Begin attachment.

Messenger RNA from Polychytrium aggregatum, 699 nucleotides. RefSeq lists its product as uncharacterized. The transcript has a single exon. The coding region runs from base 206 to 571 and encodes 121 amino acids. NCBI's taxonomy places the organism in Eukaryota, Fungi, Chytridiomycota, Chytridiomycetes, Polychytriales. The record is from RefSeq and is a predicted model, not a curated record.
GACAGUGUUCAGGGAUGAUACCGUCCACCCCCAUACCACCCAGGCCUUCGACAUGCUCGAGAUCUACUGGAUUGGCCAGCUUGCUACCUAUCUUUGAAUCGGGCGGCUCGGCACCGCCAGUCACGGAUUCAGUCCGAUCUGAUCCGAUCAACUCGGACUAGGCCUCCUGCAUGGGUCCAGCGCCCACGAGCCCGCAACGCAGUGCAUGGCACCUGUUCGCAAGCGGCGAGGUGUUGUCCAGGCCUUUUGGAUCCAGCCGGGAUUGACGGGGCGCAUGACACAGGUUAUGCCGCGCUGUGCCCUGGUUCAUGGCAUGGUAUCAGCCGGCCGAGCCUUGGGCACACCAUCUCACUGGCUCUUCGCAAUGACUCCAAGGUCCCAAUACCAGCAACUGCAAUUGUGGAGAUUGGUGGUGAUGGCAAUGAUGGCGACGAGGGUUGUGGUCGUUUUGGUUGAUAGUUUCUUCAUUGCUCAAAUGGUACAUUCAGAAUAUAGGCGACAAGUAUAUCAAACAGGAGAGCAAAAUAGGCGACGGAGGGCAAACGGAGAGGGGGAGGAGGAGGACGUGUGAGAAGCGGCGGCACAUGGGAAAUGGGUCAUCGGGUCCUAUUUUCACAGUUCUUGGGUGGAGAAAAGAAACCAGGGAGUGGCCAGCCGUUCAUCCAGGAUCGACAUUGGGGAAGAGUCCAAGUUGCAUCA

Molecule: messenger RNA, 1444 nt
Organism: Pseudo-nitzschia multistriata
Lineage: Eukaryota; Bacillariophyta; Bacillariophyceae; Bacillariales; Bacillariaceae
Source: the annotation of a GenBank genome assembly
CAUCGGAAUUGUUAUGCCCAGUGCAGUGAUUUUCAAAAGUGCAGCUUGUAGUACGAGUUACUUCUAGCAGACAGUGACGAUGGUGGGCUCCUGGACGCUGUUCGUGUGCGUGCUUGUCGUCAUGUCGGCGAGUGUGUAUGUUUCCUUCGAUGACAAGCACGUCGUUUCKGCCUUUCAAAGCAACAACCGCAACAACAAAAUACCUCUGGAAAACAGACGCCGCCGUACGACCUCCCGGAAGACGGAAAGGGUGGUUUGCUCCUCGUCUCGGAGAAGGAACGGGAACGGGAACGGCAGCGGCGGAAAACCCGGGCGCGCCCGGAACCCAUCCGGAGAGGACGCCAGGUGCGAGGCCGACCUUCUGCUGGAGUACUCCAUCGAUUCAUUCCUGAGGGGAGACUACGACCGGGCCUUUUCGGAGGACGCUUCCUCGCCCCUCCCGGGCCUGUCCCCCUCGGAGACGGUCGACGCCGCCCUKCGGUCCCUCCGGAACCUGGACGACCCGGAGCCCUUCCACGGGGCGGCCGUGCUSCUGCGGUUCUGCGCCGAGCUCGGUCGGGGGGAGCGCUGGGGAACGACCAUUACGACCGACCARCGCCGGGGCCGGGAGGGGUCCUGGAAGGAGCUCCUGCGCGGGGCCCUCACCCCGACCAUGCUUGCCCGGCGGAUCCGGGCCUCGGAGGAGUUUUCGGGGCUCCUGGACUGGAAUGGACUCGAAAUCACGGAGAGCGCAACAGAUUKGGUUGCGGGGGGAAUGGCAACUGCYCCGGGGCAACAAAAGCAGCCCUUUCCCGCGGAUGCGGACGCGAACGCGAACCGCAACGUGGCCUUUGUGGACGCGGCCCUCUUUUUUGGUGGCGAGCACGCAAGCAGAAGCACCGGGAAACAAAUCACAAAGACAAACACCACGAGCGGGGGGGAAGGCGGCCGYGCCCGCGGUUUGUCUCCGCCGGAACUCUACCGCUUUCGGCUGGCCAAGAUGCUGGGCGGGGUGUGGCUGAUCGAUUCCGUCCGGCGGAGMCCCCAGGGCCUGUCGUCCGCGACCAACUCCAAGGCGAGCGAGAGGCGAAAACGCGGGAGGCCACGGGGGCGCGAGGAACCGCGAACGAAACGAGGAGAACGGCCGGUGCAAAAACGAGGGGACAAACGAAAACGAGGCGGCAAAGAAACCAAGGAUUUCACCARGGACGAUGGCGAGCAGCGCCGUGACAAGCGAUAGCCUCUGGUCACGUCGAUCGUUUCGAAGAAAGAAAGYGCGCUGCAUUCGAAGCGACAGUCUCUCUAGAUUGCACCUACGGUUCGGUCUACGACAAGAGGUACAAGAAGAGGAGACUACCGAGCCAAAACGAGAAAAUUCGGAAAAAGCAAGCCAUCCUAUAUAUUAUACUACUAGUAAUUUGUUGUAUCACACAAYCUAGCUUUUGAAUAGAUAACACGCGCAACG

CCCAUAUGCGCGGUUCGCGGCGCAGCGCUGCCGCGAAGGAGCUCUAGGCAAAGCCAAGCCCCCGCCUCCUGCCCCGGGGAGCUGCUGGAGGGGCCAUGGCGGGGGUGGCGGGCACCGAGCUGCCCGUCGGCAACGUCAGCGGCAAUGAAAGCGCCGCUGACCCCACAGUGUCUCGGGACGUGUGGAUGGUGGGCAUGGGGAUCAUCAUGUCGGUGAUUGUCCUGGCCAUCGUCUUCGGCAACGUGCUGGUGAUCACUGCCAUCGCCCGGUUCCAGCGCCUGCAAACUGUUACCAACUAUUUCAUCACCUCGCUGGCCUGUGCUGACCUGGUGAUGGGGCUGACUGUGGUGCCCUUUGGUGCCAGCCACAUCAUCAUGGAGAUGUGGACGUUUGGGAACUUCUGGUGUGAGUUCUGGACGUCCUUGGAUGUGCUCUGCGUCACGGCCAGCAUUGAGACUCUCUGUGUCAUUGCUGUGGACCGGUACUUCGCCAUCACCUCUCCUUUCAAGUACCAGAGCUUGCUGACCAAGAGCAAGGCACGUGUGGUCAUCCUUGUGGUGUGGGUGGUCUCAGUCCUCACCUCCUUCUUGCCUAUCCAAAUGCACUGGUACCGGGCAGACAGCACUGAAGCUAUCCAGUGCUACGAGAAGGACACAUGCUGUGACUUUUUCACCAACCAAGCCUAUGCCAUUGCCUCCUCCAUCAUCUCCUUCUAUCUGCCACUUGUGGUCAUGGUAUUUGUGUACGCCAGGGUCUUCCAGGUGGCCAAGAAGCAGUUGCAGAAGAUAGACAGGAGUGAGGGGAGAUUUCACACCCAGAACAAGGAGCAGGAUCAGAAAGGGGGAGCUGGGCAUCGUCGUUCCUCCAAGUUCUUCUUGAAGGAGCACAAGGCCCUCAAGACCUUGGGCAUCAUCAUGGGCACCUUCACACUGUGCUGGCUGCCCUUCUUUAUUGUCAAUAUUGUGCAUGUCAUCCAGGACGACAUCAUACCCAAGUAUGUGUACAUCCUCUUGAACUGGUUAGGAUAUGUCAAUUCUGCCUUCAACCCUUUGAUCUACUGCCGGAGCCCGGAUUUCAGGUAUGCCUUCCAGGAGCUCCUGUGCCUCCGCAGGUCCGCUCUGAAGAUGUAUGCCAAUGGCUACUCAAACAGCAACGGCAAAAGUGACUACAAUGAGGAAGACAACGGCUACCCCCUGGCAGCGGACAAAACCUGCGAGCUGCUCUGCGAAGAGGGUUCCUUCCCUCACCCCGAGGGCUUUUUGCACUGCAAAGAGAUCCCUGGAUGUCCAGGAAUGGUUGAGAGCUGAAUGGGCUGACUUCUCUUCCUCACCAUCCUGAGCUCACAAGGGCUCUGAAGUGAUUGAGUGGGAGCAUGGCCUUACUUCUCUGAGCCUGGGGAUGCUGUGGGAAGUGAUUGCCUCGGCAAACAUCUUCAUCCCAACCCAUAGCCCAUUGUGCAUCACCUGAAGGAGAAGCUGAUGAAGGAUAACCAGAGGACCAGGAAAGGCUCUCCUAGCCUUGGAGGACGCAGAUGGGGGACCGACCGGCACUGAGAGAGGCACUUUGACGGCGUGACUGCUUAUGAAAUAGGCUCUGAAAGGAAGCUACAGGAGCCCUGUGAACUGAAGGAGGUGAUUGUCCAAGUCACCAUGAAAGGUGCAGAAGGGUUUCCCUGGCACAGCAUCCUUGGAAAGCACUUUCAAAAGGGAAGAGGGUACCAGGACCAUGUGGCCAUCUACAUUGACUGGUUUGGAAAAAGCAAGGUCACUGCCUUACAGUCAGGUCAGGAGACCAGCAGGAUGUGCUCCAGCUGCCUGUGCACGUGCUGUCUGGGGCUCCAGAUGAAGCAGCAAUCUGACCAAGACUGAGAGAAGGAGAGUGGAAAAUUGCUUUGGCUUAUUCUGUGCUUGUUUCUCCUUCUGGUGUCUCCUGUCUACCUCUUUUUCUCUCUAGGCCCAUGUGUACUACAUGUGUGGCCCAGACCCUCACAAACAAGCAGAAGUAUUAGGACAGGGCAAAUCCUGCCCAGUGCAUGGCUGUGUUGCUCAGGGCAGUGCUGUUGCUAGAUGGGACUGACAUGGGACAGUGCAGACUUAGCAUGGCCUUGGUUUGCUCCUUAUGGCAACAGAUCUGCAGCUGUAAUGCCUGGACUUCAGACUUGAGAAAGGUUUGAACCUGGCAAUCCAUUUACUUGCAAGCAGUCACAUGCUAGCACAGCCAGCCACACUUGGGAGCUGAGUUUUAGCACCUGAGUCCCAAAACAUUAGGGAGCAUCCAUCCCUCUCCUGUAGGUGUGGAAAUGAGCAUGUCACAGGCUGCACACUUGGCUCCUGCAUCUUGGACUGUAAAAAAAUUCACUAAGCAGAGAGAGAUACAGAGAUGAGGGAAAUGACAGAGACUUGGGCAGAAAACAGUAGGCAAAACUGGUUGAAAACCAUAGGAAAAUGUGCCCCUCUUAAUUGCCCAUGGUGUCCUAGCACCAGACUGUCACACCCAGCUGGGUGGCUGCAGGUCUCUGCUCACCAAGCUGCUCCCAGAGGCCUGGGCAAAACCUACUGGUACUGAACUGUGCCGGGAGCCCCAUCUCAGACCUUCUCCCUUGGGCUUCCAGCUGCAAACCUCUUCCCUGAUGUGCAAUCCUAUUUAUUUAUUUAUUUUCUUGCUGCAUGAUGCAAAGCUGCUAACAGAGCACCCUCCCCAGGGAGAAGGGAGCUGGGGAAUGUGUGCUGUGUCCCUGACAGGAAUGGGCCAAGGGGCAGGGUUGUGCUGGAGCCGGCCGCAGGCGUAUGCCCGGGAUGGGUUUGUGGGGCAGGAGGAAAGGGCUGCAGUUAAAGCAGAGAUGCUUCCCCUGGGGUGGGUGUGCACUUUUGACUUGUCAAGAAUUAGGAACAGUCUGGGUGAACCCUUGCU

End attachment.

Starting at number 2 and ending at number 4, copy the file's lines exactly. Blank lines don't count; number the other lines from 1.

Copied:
GACAGUGUUCAGGGAUGAUACCGUCCACCCCCAUACCACCCAGGCCUUCGACAUGCUCGAGAUCUACUGGAUUGGCCAGCUUGCUACCUAUCUUUGAAUCGGGCGGCUCGGCACCGCCAGUCACGGAUUCAGUCCGAUCUGAUCCGAUCAACUCGGACUAGGCCUCCUGCAUGGGUCCAGCGCCCACGAGCCCGCAACGCAGUGCAUGGCACCUGUUCGCAAGCGGCGAGGUGUUGUCCAGGCCUUUUGGAUCCAGCCGGGAUUGACGGGGCGCAUGACACAGGUUAUGCCGCGCUGUGCCCUGGUUCAUGGCAUGGUAUCAGCCGGCCGAGCCUUGGGCACACCAUCUCACUGGCUCUUCGCAAUGACUCCAAGGUCCCAAUACCAGCAACUGCAAUUGUGGAGAUUGGUGGUGAUGGCAAUGAUGGCGACGAGGGUUGUGGUCGUUUUGGUUGAUAGUUUCUUCAUUGCUCAAAUGGUACAUUCAGAAUAUAGGCGACAAGUAUAUCAAACAGGAGAGCAAAAUAGGCGACGGAGGGCAAACGGAGAGGGGGAGGAGGAGGACGUGUGAGAAGCGGCGGCACAUGGGAAAUGGGUCAUCGGGUCCUAUUUUCACAGUUCUUGGGUGGAGAAAAGAAACCAGGGAGUGGCCAGCCGUUCAUCCAGGAUCGACAUUGGGGAAGAGUCCAAGUUGCAUCA

Molecule: messenger RNA, 1444 nt
Organism: Pseudo-nitzschia multistriata